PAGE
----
Arens Says Israeli Peace Plan Getting Good Readction in Europe
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Arens Says Israeli Peace Plan Getting Good Readction in Europe

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Israel’s peace initiative is receiving a favorable, though cautious, reaction in European capitals, Israeli Foreign Minister Moshe Arens said here Sunday,

Arens, who is here to discuss Prime Minister Yitzhak Shamir’s plan for elections of Palestinian representatives in the administered territories, said the Europeans “are interested in hearing us, and they do display a sympathetic attitude.”

Arens, emerging from a three-hour meeting with his West German counterpart, Hans-Dietrich Genscher, said he hoped his talks here will help shape a positive European attitude toward the Israeli plan, which is intended to provide for some form of Palestinian autonomy in the future.

“They certainly do not reject our idea,” Arens said of European leaders.

Genscher was not available for comment, but one of his aides said the conversation with Arens had produced a better understanding of the Israeli point of view.

Arens took issue with the tendency of European government leaders to favor an international Middle East peace conference and to bring the Palestine Liberation Organization into the process, suggesting that both formulas were outdated.

“No one can think today of convening a peace forum, which has to take into consideration the present situation and to move forward to a realistic assessment,” Arens said.

On Monday, Arens will get a chance to put this position to a test. He is due to meet with Hans-Jochen Vogel of the opposition Social Democratic Party, who recently announced a decision to invite an official PLO delegation to Germany in October.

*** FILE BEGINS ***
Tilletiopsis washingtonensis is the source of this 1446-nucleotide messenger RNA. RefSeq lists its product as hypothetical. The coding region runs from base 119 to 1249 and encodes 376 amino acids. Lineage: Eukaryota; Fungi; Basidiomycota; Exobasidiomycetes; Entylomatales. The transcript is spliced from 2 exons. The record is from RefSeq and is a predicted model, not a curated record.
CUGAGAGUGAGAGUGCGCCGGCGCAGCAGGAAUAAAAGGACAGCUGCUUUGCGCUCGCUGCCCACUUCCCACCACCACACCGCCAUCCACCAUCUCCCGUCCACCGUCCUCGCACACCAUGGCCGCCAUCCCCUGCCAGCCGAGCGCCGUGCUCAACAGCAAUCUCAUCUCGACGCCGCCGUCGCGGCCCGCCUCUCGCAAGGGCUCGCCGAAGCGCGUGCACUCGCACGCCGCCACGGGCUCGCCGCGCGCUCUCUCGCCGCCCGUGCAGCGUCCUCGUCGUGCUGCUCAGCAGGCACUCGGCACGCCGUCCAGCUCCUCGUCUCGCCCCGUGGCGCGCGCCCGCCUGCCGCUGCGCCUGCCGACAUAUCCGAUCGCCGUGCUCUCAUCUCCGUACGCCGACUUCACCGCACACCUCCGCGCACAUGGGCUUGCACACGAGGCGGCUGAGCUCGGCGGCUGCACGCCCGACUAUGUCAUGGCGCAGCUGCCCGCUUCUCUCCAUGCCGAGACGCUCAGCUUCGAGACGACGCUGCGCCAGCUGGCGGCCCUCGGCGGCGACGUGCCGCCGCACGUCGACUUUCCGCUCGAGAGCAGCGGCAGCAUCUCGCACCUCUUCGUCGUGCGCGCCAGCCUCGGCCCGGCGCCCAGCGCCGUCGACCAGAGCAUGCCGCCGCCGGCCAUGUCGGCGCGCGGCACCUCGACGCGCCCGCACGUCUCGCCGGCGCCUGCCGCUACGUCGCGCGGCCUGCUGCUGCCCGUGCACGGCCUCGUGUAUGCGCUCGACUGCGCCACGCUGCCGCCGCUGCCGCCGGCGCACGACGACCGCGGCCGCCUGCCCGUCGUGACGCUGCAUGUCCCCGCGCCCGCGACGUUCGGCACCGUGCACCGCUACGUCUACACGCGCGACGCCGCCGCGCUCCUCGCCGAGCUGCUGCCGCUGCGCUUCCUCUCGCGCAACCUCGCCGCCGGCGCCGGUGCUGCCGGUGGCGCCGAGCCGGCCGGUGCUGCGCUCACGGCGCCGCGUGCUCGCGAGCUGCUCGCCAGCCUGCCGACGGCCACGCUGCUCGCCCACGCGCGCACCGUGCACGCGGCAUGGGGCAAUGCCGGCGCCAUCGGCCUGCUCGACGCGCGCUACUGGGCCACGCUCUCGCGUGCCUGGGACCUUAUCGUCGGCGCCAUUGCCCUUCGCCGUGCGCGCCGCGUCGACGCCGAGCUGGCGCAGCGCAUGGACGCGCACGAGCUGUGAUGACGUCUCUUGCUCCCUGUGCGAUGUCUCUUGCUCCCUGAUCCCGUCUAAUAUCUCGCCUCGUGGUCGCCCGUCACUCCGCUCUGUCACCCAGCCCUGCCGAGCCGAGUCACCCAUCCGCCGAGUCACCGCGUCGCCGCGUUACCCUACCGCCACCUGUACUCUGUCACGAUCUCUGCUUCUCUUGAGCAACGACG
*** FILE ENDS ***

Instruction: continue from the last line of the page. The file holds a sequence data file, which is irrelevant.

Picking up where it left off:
Arens also is scheduled to meet Monday with West German President Richard von Weizsacker and with Jurgen Warnke, the minister of economic cooperation, who handles foreign aid programs.


In a potentially embarrassing development, two of Arens’ aides refused to accompany him, so as not to set foot on German soil. The refusal was reported in the German soil. The refusal was reported in the German press but did not come up in his meeting with Genscher.

Sunday evening, Arens was to have dinner with Rita Sussmuth, chairwoman of the Bundestag, Germany’s parliament. Sussmuth reportedly said recently that she could not visit Israel in an official capacity because the chairman of the Knesset, Dov Shilansky, refused to receive German guests.

Also on Sunday. Arens laid a wreath at a memorial built on the site of a former synagogue here, located on the bank of the Rhine River.

The foreign minister is due to follow up his stop in West Germany with a three-day visit to neighboring Denmark, where he will likewise test the diplomatic waters regarding Shamir’s election proposal.

In Copenhagen, Arens and his wife will be official guests of Danish Foreign Minister Uffe Elleman-Jensen, who invited his counterpart for a reciprocal visit, following his stay in Israel.

The Danish government is divided in its approach to dealing with the PLO, which maintains an office in Copenhagen without enjoying diplomatic statue.

The Danish Social Democratic Party invited PLO leader Yasir Arafat to visit Denmark, but the foreign minister refused to extend an official invitation.

In recent months, some leaders of the Social Democrats visited Arafat in his headquarters in Tunis. They followed this up with a visit to Israel.

Danish police are making tight security arrangements for the Arens visit.

(JTA Copenhagen correspondent Eli Kohen contributed to this report.)

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